Direct-to-consumer startups are, unsurprisingly, turning to one another to navigate their business’ through the coronavirus pandemic.
Partnerships between direct-to-consumer startups were already becoming more popular before the coronavirus pandemic. Over the years, startups have dipped their toes in partnerships in an attempt to find more cost-effective ways to acquire new customers than just spending more money on Facebook ads. But more startups have been turning to partnerships in recent months in order to reach new customers while other marketing tactics like physical pop-ups remain out of the question. These partnerships have included selling co-branded products, as well as giving away or selling one another’s products on each other’s website.
Andie Swim, for example decided to launch Summer Kits on its website in June, featuring products from other companies meant to accompany Andie’s hero product, swimsuits. Products featured within the Summer Kits included towels, sunscreens, tumblrs. The promotion surpassed expectations, CEO Melanie Travis said in an email, so the company decided to do a another similar promotion that will launch next week, featuring products like blankets and a cheese board for customers who want to host a backyard picnic.
The direct-to-consumer startup world is tight knit, so many of these partnerships are formed through mutual connections between vendors or CEO networking groups. Ami Wellness, for example recently ran a limited promotion in conjunction with other wellness brands Hero Cosmetics and Saalt, where Ami sold “period care” kits featuring all of their products. The partnership was coordinated by Ami Wellness’ PR firm, LVPR, which represents all three of the companies.
“We are small, so we are having to be very mindful of our resources that we can spend on marketing during this pandemic,” said Ami Wellness founder Triniti Gawthrop. Ami launched this year, and has just five full-time employees Gawthrop said.
Using partnerships as an early test for new products
Additionally, even though many e-commerce startups are seeing record growth, many of them are still hesitant about sinking a lot of money right now into developing entirely new products themselves. Their supply chains still remain volatile, and they are uncertain about just how receptive consumers will remain to shopping the longer the coronavirus pandemic drags on.
Mike Grillo, CEO of weighted blanket company Gravity Products said that one of the biggest benefits of partnerships to Gravity is that it allows the company to test out new categories, “before we go all-in on a fully-owned product,” said Grillo. Gravity is not new to partnerships. Last year, partnerships made up nearly 20% of Gravity Products’ revenue, and the company has previously collaborated on co-branded products with mattress maker Purple and meditation app Calm.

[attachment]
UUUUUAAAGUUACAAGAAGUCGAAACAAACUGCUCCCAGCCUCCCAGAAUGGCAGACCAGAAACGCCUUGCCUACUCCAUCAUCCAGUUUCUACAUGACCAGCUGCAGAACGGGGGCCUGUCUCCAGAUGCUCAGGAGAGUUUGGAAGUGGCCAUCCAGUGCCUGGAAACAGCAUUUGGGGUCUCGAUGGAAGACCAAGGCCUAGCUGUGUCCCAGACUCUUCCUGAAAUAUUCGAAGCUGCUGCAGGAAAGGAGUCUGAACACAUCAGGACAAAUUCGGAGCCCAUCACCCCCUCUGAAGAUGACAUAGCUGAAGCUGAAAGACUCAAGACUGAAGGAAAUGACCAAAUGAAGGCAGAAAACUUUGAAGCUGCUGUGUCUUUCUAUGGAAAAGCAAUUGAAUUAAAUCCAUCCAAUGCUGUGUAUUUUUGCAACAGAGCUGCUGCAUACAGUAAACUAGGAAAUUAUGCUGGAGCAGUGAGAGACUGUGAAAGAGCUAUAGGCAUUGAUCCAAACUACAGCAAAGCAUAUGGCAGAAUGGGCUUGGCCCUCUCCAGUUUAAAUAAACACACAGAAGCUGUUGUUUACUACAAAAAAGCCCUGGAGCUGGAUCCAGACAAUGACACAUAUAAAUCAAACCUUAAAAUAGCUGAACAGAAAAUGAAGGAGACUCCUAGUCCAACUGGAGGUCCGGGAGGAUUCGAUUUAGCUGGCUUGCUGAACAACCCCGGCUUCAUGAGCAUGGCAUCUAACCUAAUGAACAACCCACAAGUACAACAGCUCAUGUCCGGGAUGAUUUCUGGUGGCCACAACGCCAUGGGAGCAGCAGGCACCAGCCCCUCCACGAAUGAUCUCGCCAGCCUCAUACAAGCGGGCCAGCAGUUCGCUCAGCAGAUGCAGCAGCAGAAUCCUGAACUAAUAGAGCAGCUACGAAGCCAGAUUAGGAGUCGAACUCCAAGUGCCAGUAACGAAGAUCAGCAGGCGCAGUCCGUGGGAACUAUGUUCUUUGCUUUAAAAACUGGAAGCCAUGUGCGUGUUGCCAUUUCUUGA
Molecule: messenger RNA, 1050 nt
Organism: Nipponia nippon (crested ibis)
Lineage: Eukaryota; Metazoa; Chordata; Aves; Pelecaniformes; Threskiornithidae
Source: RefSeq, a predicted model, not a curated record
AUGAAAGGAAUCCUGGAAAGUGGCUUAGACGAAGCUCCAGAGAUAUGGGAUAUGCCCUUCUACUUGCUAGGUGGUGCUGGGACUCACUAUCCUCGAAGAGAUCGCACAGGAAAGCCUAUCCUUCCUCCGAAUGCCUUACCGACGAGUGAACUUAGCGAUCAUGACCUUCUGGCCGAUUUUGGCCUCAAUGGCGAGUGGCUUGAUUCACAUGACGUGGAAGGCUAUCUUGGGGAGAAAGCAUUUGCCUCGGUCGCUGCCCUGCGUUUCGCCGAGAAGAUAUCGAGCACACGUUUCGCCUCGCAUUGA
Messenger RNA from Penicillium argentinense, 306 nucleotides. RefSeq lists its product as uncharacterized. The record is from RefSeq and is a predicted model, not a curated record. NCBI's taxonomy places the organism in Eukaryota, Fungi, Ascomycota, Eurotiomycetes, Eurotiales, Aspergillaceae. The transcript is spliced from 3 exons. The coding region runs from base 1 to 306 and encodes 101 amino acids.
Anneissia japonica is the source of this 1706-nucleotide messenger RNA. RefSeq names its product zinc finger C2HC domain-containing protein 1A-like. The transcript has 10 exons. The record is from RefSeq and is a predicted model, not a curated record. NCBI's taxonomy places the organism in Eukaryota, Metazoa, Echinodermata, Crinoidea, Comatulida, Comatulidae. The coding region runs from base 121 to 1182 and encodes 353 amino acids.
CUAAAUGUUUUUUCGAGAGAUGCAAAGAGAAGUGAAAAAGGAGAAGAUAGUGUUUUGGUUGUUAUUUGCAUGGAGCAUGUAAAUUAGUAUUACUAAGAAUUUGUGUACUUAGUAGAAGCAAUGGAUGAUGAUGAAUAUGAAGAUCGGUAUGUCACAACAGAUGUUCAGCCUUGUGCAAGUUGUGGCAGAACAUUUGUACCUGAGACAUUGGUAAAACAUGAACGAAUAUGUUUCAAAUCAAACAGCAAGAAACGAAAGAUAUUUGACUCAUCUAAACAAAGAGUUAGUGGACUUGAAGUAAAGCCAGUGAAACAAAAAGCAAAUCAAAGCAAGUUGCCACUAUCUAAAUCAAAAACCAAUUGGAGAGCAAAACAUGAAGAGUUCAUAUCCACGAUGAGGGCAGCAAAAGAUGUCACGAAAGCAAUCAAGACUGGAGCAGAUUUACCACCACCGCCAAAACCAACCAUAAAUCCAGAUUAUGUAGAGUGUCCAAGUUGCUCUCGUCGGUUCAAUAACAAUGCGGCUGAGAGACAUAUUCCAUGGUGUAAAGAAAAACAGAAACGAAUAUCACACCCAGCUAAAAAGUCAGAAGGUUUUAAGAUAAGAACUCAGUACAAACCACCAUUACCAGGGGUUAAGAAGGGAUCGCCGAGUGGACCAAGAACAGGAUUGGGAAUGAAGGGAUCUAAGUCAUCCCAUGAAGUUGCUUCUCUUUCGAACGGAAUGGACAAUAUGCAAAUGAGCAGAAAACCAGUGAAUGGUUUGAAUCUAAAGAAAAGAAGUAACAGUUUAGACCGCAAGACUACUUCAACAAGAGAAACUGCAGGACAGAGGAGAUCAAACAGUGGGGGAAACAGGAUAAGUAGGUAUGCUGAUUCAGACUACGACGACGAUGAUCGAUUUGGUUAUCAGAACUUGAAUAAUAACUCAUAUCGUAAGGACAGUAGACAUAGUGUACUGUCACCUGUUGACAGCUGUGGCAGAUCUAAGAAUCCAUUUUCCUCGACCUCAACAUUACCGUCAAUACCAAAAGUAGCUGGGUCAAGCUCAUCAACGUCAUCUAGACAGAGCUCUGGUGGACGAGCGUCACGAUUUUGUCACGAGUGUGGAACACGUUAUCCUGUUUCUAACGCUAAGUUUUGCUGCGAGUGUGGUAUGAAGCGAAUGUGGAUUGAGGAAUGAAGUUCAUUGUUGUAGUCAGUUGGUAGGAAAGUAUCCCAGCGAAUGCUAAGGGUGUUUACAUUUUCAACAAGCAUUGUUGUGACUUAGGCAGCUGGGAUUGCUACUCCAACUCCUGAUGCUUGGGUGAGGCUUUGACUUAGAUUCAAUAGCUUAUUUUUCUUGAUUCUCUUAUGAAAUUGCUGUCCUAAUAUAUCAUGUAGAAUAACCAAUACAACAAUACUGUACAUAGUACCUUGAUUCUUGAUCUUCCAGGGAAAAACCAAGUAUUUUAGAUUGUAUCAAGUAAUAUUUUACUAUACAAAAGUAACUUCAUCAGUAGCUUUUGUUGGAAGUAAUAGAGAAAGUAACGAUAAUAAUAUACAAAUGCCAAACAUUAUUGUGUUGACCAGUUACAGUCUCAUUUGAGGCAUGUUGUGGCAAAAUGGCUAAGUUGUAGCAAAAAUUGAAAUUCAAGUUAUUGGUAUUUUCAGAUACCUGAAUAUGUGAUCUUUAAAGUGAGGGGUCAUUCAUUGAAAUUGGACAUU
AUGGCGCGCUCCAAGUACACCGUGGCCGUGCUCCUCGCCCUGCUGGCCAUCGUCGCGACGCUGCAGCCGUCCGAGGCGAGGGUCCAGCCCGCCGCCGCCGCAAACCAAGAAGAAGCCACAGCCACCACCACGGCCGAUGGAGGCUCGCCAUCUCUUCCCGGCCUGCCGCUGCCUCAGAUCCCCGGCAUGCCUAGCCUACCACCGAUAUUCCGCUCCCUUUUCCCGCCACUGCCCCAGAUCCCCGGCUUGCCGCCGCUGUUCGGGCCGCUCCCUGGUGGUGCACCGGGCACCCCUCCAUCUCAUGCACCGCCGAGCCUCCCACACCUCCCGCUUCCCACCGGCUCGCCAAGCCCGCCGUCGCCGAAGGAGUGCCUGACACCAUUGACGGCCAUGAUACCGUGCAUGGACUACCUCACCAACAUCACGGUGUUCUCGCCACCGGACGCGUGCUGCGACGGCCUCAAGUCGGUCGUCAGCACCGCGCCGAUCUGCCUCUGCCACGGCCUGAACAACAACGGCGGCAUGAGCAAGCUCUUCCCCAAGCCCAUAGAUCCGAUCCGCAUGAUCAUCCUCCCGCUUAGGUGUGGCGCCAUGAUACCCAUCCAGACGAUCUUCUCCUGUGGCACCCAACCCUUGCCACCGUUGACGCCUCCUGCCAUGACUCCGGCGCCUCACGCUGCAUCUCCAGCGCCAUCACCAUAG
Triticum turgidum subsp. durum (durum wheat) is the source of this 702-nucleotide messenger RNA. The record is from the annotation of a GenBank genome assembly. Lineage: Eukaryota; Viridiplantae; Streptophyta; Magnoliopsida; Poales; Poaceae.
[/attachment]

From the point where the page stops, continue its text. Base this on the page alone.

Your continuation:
But, Grillo said that using partnerships to test out new product lines, “has become more and more important as resources have become tighter.” Grillo said that while Gravity saw sales growth into June, it has slowed down coinciding with when people’s stimulus checks and enhanced unemployment benefits ran out.
This week, Gravity released a weighted robe, that was created in partnership fashion designer and founder of Modernist Studios, Ron Chereskin. Gravity licenses’ Chereskin’s designs, and each party get a cut of the revenue that comes in from the line.
Creating co-branded products has become a bit more complicated thanks to the coronavirus — Grillo said that he and Chereskin had to messenger prototypes between their apartments. Altogether, the product took about six months to put together. But co-branded products — even when manufactured in partnerships with a company who has expertise in that product — can still be too heavy of a lift for smaller startups.
So, another popular approach for startups is to sell products from another company on their website for a limited time. Gravity has also taken this approach, and is launching a “wellness” marketplace on its website in the next few months that will feature products from other wellness brands like Tushy.
Home goods brand Snowe also did something similar last month, launching a new section on its website that it is calling “The Every Edit,” which will feature a rotating capsule of seasonally-focused products from other startups as well as, eventually products it will manufacture itself. The first edit, which had a “great outdoors” theme, featured products from Kinfield, Gudee, and Ekobo.
Andres Modak, co-founder of Snowe, said that the idea for The Every Edit had been in the works before the coronavirus. “our customers are constantly us asking our recommendations, even in categories and products that are pretty far removed from the core assortment,” Modak said. But, he said the launch of The Every Edit had to be scaled back a bit due to covid. All of Snowe’s manufacturers are in Europe, with some of them being in countries that were hit hard by the coronavirus, like Italy and Portugal, and such some of the products that Snowe had initially hoped to launch this year have had to be pushed back.
So, Snowe decided to only carry products from other, smaller startups, who were interested in getting exposure from a larger startup like Snowe. Going forward, Modak said that Snowe plans to release a new capsule collection for The Every Edit about once a month. He declined to provide more details about the revenue model or the first iteration’s performance.
“[Partnerships] to be additive to your offering,” said Grillo, when asked what advice he would give to startups looking to test out new partnerships. “I would never collaborate with another weighted brand, obviously, but you should leverage it as an opportunity to test out categories that you are looking to get into.”